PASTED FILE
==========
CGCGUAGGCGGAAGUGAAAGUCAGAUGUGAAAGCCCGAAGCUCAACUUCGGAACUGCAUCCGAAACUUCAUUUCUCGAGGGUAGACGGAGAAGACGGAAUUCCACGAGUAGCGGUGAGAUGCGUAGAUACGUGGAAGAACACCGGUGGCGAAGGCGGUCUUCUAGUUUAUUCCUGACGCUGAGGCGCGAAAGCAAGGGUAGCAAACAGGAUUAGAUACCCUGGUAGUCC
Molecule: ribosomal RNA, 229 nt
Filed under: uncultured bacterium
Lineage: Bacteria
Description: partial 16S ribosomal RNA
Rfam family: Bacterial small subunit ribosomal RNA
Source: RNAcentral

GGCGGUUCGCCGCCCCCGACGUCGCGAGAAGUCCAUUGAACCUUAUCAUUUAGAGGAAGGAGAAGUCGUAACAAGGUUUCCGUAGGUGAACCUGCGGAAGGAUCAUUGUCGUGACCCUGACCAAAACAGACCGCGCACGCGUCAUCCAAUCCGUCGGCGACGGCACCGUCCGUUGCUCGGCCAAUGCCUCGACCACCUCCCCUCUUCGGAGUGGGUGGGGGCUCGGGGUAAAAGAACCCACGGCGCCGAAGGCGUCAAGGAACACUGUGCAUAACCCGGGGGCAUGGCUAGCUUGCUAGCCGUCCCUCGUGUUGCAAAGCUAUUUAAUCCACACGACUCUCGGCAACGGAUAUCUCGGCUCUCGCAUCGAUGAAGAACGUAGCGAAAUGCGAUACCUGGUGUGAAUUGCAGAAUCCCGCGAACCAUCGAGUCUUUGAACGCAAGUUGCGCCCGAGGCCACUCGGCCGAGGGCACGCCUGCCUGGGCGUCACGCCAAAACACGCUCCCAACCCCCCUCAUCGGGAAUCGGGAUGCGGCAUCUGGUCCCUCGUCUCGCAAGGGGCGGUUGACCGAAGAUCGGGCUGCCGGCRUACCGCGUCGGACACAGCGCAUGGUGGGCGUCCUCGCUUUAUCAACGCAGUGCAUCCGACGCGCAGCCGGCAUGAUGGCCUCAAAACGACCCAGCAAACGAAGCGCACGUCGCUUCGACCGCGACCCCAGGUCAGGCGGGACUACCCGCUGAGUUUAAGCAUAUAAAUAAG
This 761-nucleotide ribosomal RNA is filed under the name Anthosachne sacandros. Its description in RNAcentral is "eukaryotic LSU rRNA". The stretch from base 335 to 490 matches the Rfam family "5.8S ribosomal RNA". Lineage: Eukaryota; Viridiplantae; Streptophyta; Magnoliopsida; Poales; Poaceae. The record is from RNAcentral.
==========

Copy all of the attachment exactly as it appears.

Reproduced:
CGCGUAGGCGGAAGUGAAAGUCAGAUGUGAAAGCCCGAAGCUCAACUUCGGAACUGCAUCCGAAACUUCAUUUCUCGAGGGUAGACGGAGAAGACGGAAUUCCACGAGUAGCGGUGAGAUGCGUAGAUACGUGGAAGAACACCGGUGGCGAAGGCGGUCUUCUAGUUUAUUCCUGACGCUGAGGCGCGAAAGCAAGGGUAGCAAACAGGAUUAGAUACCCUGGUAGUCC
Molecule: ribosomal RNA, 229 nt
Filed under: uncultured bacterium
Lineage: Bacteria
Description: partial 16S ribosomal RNA
Rfam family: Bacterial small subunit ribosomal RNA
Source: RNAcentral

GGCGGUUCGCCGCCCCCGACGUCGCGAGAAGUCCAUUGAACCUUAUCAUUUAGAGGAAGGAGAAGUCGUAACAAGGUUUCCGUAGGUGAACCUGCGGAAGGAUCAUUGUCGUGACCCUGACCAAAACAGACCGCGCACGCGUCAUCCAAUCCGUCGGCGACGGCACCGUCCGUUGCUCGGCCAAUGCCUCGACCACCUCCCCUCUUCGGAGUGGGUGGGGGCUCGGGGUAAAAGAACCCACGGCGCCGAAGGCGUCAAGGAACACUGUGCAUAACCCGGGGGCAUGGCUAGCUUGCUAGCCGUCCCUCGUGUUGCAAAGCUAUUUAAUCCACACGACUCUCGGCAACGGAUAUCUCGGCUCUCGCAUCGAUGAAGAACGUAGCGAAAUGCGAUACCUGGUGUGAAUUGCAGAAUCCCGCGAACCAUCGAGUCUUUGAACGCAAGUUGCGCCCGAGGCCACUCGGCCGAGGGCACGCCUGCCUGGGCGUCACGCCAAAACACGCUCCCAACCCCCCUCAUCGGGAAUCGGGAUGCGGCAUCUGGUCCCUCGUCUCGCAAGGGGCGGUUGACCGAAGAUCGGGCUGCCGGCRUACCGCGUCGGACACAGCGCAUGGUGGGCGUCCUCGCUUUAUCAACGCAGUGCAUCCGACGCGCAGCCGGCAUGAUGGCCUCAAAACGACCCAGCAAACGAAGCGCACGUCGCUUCGACCGCGACCCCAGGUCAGGCGGGACUACCCGCUGAGUUUAAGCAUAUAAAUAAG
This 761-nucleotide ribosomal RNA is filed under the name Anthosachne sacandros. Its description in RNAcentral is "eukaryotic LSU rRNA". The stretch from base 335 to 490 matches the Rfam family "5.8S ribosomal RNA". Lineage: Eukaryota; Viridiplantae; Streptophyta; Magnoliopsida; Poales; Poaceae. The record is from RNAcentral.